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Creating an Environment Where You Have License to Try New Things

By Holly Lyn Walrath · Sep 7, 2018
682 words · 3-minute reading time

I was freezing cold staying in the tent cabins in Half Dome (formerly Curry) Village in Yosemite Valley with my dad who was there for work, so I got up and drove around the valley at 6 am. There’s been lots of fires in the area and the valley was filled with this thick smoke. Stopped at a turnout near Tunnel View and shot this photo - I really love the symmetry of it and the smooth gradients the smoke produces.

Photo by Bailey Zindel via Unsplash.

This post makes reference to this episode of the podcast Song Exploder.

One of my favorite albums of this year is “I’ll Be Your Girl” by the Decemberists. This week while I was driving in my car, I caught an episode of the podcast Song Exploder which features Colin Meloy breaking down how the song came to be. The album is a shift for the Decemberists into a kind of nostalgic, synth 80s pop. At first, I wasn’t sure if I was going to like it, but it’s since become something I listen to over and over again, particularly the song “Once in My Life.”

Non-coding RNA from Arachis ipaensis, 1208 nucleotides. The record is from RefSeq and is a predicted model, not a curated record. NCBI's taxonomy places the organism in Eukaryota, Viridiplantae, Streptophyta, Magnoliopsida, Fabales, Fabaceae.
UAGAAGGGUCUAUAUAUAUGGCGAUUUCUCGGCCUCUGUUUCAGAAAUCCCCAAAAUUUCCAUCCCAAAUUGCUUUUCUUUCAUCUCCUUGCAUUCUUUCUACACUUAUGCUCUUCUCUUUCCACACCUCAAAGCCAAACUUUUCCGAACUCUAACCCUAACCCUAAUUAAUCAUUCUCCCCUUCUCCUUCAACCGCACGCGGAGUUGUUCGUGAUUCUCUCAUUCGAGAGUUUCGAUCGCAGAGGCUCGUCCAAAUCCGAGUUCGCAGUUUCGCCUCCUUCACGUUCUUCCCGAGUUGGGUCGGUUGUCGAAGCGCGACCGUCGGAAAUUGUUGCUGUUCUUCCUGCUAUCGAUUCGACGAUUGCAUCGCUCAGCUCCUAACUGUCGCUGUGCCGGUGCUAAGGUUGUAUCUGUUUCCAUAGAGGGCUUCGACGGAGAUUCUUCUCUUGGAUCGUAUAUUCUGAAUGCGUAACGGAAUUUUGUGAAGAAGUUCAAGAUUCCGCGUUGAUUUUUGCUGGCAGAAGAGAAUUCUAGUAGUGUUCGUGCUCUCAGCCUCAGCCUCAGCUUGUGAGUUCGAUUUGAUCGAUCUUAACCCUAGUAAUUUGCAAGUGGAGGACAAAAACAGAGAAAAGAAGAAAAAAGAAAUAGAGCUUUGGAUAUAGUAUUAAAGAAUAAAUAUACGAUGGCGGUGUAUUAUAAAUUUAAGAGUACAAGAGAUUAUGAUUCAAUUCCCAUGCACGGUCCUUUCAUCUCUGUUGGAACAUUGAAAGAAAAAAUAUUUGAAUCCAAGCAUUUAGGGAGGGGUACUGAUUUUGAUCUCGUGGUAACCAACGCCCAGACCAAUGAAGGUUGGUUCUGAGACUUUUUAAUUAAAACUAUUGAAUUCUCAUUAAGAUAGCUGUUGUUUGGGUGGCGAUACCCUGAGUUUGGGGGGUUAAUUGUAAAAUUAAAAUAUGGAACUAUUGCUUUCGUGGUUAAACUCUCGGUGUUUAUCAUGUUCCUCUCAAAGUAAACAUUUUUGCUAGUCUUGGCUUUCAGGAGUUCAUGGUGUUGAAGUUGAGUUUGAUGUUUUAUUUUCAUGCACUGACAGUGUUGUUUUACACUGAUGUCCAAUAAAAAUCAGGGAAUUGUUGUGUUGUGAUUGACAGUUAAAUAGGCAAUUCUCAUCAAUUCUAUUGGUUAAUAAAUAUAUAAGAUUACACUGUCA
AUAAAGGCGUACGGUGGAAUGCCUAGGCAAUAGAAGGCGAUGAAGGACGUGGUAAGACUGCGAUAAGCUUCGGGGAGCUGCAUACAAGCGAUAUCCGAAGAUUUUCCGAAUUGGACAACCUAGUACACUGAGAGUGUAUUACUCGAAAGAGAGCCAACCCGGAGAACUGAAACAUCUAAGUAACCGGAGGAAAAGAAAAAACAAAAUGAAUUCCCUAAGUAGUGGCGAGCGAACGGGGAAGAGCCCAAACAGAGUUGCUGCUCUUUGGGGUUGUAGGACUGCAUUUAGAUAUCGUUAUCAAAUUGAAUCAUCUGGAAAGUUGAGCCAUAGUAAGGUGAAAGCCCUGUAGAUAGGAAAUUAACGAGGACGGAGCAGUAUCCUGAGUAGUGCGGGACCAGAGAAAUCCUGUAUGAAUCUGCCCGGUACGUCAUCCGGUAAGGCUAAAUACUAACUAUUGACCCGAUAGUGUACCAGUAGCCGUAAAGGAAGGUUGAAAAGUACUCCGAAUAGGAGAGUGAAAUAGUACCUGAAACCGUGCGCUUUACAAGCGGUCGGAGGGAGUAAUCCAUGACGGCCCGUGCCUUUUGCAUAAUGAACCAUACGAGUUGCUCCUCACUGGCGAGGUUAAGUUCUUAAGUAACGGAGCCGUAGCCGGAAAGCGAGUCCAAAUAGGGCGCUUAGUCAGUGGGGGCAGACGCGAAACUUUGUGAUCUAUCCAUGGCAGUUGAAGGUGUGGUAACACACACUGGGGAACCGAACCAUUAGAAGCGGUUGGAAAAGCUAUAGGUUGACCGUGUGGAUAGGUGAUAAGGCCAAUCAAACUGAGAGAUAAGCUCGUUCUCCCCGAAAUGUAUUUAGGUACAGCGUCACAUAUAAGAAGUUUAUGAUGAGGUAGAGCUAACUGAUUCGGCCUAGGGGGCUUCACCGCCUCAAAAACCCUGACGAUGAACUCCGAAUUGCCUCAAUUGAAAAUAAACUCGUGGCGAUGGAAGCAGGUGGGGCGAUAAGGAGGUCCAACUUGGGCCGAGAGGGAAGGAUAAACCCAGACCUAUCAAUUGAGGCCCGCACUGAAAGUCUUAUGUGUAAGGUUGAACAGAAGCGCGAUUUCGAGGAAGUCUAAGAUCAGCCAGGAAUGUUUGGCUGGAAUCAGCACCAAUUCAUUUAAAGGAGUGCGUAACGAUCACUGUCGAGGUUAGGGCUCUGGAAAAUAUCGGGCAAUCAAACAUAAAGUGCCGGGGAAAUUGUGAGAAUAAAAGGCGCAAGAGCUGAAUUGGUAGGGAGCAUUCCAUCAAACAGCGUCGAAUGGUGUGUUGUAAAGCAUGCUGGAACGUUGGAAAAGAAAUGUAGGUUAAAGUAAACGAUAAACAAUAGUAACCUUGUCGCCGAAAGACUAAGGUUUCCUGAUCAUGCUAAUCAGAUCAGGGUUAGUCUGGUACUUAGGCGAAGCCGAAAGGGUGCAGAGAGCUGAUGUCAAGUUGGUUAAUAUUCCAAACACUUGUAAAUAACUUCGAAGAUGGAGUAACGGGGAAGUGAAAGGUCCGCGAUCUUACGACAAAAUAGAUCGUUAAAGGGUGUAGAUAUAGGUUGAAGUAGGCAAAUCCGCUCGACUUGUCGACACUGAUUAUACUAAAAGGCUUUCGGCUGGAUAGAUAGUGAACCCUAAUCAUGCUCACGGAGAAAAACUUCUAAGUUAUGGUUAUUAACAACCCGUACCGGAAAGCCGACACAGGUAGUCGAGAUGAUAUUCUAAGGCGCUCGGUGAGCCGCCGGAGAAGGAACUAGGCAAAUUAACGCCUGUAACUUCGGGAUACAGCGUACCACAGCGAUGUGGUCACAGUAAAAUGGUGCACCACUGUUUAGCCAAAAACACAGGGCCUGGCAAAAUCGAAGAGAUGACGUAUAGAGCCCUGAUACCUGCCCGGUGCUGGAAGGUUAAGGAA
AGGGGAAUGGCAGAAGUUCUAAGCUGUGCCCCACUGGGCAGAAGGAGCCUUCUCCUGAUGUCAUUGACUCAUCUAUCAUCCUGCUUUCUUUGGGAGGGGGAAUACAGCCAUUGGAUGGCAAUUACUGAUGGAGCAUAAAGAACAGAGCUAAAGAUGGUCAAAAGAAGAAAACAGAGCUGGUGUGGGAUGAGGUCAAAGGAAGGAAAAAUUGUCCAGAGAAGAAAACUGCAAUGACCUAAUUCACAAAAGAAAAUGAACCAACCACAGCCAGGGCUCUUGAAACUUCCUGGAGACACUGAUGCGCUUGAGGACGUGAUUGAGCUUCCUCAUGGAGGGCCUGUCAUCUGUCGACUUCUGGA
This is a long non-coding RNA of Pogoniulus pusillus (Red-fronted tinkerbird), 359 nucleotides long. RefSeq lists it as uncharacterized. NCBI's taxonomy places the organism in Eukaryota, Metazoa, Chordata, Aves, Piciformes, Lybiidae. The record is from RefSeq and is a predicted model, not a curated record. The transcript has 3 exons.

It struck me as I was listening to Meloy explain his process for putting the song together just how much different forms of writing are similar. Songwriting, like writing a short story, is a kind of amalgamation and alchemy. You start with a bit of melody and riff off of that. The melody is a theme, a tone, a voice that propels a story forward. There are backbeats and drums that keep the rhythm of the language moving. Characters provide...


Holly Lyn Walrath

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